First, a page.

Unexpectedly Intriguing!
12 May 2014

How much do events in the past drive stock prices today?

Last week, we took advantage of a natural experiment with the stock market to find out (not to be confused with the somewhat larger "experiment" we described previously, where we have subsequently been cleared of any mal-intent thanks to an investigation by the Financial Investment Regulatory Authority. Really - it was the satisfying conclusion to the most successful April Fools' prank we've executed to date!)

Here though, the events that set up the experiment occurred both one year and one month earlier, just as it did a month earlier in what we described as an aftershock event for the S&P 500. As you recall, our model of how stock prices behave anticipated the aftershock event of 10-11 April 2014 weeks before its arrival - the chart below shows what our model was projecting as of 28 March 2014:

Alternate Futures for the S&P 500: 2014-03-31 through 2014-06-30, snapshot of futures taken on 2014-03-28

Let's flash forward to last week, when we very uncharacteristically offered very little comment about the week as we focused instead upon setting up a proper state of nervous anxiety as we showed what our model was projecting as of 2 May 2014:

Alternative Futures for S&P 500, 31 March 2014 - 30 June 2014 (With Echo Effect), Snapshot on 2014-05-02

Comparing the projected future between these two charts, we see that prior to the arrival of the 10-11 April 2014 aftershock event, our model really only saw somewhat of a modest downturn covering the period from 9 May through 12 May 2014. But after the aftershock, our model, which incorporates the stock prices of one month ago and one year ago as key base reference points for making its projections of the future, shifted to indicate a sharper decline in stock prices, as the ripples of the previous aftershock event rippled forward in time.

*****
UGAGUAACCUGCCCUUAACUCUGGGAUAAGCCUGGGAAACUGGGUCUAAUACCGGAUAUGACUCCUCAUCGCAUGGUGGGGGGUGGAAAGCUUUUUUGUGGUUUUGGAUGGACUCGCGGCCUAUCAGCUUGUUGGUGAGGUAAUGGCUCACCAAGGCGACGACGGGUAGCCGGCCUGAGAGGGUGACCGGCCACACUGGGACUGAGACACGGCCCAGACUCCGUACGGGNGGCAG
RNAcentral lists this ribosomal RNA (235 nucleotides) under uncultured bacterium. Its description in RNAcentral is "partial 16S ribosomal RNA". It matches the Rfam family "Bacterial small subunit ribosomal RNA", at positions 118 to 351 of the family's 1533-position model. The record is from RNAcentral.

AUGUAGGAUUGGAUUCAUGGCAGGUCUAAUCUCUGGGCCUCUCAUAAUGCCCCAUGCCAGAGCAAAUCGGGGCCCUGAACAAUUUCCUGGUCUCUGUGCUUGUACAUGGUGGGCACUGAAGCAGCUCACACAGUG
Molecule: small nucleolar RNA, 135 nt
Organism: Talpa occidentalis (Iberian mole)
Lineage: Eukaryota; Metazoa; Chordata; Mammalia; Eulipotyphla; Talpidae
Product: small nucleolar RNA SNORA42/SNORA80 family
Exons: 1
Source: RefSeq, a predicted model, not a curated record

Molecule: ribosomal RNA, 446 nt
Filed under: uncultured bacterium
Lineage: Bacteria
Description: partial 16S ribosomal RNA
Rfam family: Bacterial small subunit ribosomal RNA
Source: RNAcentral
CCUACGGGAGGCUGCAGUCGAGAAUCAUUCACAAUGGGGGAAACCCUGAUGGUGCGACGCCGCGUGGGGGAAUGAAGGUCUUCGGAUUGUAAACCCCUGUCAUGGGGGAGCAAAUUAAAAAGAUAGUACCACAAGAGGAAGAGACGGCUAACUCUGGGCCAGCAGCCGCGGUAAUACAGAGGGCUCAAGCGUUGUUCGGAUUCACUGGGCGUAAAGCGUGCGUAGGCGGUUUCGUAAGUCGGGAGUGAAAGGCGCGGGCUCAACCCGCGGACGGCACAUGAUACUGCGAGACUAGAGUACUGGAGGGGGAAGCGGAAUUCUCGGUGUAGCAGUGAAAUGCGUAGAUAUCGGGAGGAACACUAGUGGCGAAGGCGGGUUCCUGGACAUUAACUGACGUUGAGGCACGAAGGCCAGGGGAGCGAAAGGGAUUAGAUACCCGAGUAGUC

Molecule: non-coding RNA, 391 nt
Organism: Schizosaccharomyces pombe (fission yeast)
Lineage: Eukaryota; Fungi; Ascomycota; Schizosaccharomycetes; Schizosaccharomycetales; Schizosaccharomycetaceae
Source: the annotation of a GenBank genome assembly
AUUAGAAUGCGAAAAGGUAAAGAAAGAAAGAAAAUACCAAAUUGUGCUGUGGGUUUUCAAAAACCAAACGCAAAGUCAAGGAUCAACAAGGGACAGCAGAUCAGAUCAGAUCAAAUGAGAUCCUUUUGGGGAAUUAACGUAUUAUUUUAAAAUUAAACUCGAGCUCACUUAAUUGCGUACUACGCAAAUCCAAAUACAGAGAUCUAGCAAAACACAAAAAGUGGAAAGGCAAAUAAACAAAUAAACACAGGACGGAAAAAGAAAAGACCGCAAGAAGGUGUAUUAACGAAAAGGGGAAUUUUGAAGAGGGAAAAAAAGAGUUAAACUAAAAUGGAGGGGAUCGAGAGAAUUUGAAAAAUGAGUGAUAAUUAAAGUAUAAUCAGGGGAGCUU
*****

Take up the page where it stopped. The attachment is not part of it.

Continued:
Let's now look at the latest version of our alternative futures chart, showing what it projects as of 9 May 2014:

Alternative Futures for S&P 500, 31 March 2014 - 30 June 2014 (With Echo Effect), Snapshot on 2014-05-09

Clearly it's not playing out that way. Instead of an aftershock, our model is really projecting an echo. Noise from the past.

But wait - didn't we go to quite a lot of trouble to develop a method for filtering out that kind of thing from our model?

We did, but we only filtered the echoes from a year earlier in time - not the echoes from a month ago. We didn't make any adjustment for the echo effect in the short term, choosing instead to accept a larger degree of error in our projections than we might otherwise, which you see in our charts as the shaded vertical bars shown with respect to the midpoint of the likely range our model anticipates for stock prices for each of the alternative futures investors might focus upon as they set today's stock prices.

But should we account for the short-term echo effect? In our analysis of the 10-11 April 2014 aftershock event, we recognized a number of factors where events in the past could indeed create the potential for the outcomes we observe in the present to occur. If we filtered out the short term echo effect, our model might miss those episodes.

The answer then to the question we asked at the beginning of this post is that the degree to which events in the past might drive today's aftershocks or dissipate as yesterday's echoes would really appear to depend greatly upon what investors expect for the future as the maturity and option expiration dates associated with their previous investment choices come to pass and provide the means for executing new decisions.

And perhaps the best we can do in forecasting the future as these echoes develop into aftershocks or not is to simply acknowledge when a state of nervous anxiety on the part of investors is appropriate.

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